In an interesting twist of fate, back when Mr. Rex Tillerson was CEO of Exxon he flew to Washington D.C. to personally lobby against this rule, yet now as Secretary of State he arguably should be supporting those who live in resource rich nations who see their assets lost to corruption…. ”The leader of the world’s most valuable company doesn’t typically fly to Washington to fight one obscure amendment to a 2,300-page bill, especially a motherhood-and-apple-pie-style amendment designed to prevent and expose corruption abroad. But back in 2010, ExxonMobil’s then-CEO, Rex Tillerson, was deeply worried about Section 1504 of the Dodd-Frank Wall Street reforms, a bipartisan amendment that required drilling and mining companies to disclose any payments they make to foreign governments. So Tillerson and one of his lobbyists paid a half-hour visit to the amendment’s Republican co-author, then-Senator Richard Lugar, to try to get it killed.
Tillerson argued that forcing U.S. oil firms to reveal corporate secrets—such as paying foreign governments—would put them at a competitive disadvantage. He also explained that the provision would make it especially difficult for Exxon to do business in Russia, where, as he did not need to explain, the government takes a rather active interest in the oil industry. But Lugar believed greater transparency could help alleviate the “resource curse” of corruption that plagues so many mineral-rich countries, so he told Tillerson they would have to agree to disagree. Section 1504 stayed in the bill, the bill became law, and the disclosure requirement became an international example: France, Canada and the United Kingdom all went on to use it as a model for similar rules” (http://www.politico.com/magazine/story/2017/02/rex-tillerson-tried-to-get-this-rule-killed-now-congress-is-about-to-do-it-for-him-214725).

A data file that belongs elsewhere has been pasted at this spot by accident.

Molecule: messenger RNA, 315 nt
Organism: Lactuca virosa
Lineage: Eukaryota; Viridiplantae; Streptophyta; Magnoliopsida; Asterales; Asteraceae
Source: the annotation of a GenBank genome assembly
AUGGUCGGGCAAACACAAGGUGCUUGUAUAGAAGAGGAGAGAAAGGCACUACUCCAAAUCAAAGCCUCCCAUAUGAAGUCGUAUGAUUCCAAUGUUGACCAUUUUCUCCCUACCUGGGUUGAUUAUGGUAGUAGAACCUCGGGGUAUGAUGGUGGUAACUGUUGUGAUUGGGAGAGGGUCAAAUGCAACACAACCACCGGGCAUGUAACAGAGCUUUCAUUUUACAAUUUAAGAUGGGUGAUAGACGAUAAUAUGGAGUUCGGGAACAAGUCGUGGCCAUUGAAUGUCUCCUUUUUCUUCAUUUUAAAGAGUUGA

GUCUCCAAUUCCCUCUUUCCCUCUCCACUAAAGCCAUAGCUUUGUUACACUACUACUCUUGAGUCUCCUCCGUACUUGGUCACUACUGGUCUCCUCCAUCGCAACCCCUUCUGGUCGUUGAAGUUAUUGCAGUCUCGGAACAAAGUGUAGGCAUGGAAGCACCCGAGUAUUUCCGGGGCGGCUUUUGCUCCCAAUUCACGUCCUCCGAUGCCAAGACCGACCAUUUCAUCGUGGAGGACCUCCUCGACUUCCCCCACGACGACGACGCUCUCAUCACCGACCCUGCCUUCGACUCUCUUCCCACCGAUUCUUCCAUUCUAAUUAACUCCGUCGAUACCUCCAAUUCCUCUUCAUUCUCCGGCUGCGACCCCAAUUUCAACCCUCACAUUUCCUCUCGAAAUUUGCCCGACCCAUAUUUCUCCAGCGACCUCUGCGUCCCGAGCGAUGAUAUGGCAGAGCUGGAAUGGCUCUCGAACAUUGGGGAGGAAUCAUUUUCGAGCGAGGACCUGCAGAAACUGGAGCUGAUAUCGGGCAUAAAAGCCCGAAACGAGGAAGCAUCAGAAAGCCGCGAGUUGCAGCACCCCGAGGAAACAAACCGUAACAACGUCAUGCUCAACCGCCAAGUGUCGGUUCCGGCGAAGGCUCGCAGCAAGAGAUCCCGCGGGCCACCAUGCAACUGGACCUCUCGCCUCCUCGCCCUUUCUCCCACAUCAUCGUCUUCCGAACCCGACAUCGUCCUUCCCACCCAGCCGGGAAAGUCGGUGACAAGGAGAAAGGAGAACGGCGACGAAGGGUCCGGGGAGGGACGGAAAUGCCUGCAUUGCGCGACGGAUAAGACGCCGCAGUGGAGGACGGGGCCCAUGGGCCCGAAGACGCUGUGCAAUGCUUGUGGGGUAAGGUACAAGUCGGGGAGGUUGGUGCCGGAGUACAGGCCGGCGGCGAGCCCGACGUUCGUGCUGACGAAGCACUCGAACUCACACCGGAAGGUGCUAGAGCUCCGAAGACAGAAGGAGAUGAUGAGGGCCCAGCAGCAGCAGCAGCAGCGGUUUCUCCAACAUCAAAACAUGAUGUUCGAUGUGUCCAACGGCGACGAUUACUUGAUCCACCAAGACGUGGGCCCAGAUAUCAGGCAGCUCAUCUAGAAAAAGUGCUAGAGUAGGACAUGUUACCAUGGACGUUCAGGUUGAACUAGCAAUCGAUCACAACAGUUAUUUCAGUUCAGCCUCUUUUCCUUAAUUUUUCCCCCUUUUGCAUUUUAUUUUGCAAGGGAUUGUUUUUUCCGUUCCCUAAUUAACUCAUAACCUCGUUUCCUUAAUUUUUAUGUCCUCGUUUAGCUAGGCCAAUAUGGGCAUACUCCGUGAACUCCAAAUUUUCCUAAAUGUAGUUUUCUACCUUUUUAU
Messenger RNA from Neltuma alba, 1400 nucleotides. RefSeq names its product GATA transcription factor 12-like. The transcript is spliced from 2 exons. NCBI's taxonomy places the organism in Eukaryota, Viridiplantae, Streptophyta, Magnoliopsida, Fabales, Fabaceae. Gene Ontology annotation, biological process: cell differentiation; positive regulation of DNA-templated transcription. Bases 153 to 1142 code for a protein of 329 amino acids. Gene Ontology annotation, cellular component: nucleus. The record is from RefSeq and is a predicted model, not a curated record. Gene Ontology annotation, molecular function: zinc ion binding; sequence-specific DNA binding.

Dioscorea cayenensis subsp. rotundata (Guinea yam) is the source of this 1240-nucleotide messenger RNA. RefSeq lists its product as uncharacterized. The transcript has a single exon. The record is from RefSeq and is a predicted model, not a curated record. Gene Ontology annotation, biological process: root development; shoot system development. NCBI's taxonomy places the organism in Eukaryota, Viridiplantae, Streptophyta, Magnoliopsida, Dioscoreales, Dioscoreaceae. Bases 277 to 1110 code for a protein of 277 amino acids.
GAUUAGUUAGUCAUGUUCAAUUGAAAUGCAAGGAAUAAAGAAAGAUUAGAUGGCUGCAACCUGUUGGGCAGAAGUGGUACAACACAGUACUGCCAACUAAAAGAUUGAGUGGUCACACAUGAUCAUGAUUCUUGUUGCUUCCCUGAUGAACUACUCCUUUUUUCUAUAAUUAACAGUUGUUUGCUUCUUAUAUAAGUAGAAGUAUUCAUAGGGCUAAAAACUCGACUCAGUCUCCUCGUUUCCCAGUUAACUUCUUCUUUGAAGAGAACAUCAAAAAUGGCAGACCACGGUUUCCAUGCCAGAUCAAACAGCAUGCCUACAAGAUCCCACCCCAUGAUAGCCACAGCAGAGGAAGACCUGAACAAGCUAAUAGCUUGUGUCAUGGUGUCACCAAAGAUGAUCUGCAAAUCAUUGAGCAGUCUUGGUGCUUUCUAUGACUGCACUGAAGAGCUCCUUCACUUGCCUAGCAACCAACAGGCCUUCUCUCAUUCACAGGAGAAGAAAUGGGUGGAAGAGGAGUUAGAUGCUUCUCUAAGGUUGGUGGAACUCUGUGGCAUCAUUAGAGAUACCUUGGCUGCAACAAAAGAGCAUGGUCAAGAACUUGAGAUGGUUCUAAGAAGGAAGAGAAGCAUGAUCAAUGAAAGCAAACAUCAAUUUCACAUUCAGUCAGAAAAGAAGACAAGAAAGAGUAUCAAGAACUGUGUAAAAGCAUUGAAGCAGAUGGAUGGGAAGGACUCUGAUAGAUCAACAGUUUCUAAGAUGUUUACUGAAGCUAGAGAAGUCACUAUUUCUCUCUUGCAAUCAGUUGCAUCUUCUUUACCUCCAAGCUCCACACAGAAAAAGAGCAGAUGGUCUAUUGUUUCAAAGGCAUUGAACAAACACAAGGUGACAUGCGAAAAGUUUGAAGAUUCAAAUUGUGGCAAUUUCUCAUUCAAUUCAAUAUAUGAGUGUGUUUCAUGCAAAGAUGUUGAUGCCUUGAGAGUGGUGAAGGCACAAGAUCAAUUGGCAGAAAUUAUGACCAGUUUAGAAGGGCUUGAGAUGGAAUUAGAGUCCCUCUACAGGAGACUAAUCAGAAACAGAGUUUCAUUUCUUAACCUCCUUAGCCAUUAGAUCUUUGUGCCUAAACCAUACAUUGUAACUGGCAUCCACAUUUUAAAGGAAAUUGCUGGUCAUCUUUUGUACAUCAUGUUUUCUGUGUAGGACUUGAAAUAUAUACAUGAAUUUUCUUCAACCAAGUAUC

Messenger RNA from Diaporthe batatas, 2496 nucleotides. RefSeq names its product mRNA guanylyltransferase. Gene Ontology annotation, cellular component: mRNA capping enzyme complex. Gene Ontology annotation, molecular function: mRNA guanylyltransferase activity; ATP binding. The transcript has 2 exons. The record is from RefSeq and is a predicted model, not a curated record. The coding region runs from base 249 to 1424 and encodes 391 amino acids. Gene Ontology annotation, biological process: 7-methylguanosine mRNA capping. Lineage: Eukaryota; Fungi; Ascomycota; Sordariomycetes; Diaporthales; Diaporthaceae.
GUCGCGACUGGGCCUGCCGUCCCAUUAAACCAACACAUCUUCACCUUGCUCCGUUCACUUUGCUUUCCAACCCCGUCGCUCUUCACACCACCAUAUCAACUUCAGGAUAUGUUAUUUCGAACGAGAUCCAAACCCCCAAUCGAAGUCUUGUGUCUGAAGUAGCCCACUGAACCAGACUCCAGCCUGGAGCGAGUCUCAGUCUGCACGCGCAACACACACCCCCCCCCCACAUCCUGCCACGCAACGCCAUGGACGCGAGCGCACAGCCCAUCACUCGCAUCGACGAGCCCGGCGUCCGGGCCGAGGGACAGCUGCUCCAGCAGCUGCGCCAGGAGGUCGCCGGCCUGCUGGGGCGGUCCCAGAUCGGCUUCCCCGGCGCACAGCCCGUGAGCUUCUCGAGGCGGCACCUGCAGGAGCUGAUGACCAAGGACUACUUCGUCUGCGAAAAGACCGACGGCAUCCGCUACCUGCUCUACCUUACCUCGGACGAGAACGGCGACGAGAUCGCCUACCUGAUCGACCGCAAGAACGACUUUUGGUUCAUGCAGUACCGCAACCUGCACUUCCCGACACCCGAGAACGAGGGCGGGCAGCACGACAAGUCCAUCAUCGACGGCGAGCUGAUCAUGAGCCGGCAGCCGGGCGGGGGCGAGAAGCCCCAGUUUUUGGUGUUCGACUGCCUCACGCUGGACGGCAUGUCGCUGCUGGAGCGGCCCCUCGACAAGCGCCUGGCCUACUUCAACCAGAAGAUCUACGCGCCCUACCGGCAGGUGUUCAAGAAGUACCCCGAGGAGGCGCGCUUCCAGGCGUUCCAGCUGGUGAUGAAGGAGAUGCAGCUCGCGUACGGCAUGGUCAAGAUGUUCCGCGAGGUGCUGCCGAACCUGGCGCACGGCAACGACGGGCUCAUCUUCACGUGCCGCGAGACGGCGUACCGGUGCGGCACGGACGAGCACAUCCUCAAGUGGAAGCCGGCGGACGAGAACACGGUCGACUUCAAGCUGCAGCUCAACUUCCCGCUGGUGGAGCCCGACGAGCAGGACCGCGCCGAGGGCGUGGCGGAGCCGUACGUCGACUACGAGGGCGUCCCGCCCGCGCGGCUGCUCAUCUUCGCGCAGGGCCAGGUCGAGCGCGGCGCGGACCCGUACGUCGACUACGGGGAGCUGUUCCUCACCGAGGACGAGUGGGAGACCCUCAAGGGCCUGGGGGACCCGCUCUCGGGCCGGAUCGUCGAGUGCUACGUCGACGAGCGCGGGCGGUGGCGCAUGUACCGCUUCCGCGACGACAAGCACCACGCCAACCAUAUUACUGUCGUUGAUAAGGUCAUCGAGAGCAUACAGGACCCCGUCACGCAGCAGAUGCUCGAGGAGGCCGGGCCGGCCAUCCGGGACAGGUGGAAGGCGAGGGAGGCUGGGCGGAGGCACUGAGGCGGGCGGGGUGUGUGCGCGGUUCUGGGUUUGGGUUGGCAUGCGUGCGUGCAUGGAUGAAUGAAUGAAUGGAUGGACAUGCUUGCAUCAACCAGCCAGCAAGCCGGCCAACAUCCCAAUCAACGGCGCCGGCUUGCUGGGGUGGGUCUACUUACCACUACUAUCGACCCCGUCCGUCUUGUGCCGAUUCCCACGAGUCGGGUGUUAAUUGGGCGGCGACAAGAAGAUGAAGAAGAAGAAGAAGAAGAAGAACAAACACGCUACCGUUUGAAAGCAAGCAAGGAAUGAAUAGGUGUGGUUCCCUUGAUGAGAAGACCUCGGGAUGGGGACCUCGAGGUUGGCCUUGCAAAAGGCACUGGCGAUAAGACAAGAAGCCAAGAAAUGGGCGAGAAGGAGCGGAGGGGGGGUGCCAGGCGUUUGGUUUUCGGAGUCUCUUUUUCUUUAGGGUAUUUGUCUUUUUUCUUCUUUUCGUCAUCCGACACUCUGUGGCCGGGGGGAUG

While one may disagree with the stance Mr. Tillerson took back in 2010 at least it is clear he knew what the rule was about, with Mr. Trump it seems less clear that he knows what the rule he repealed actually accomplished, since based on his comments at the signing ceremony he somehow thinks repealing this law will create jobs: “This is a big signing, a very important signing. And this is H.J. Resolution 41, disapproving the Securities and Exchange Commission’s rule on disclosure of payments by resource extraction issuers. It’s a big deal…. And we’re bringing back jobs big league, we’re bringing them back at the plant level; we’ve [sic] bringing them back at the mine level. The energy jobs are coming back” (https://www.whitehouse.gov/the-press-office/2017/02/14/remarks-president-trump-signing-hj-resolution-41).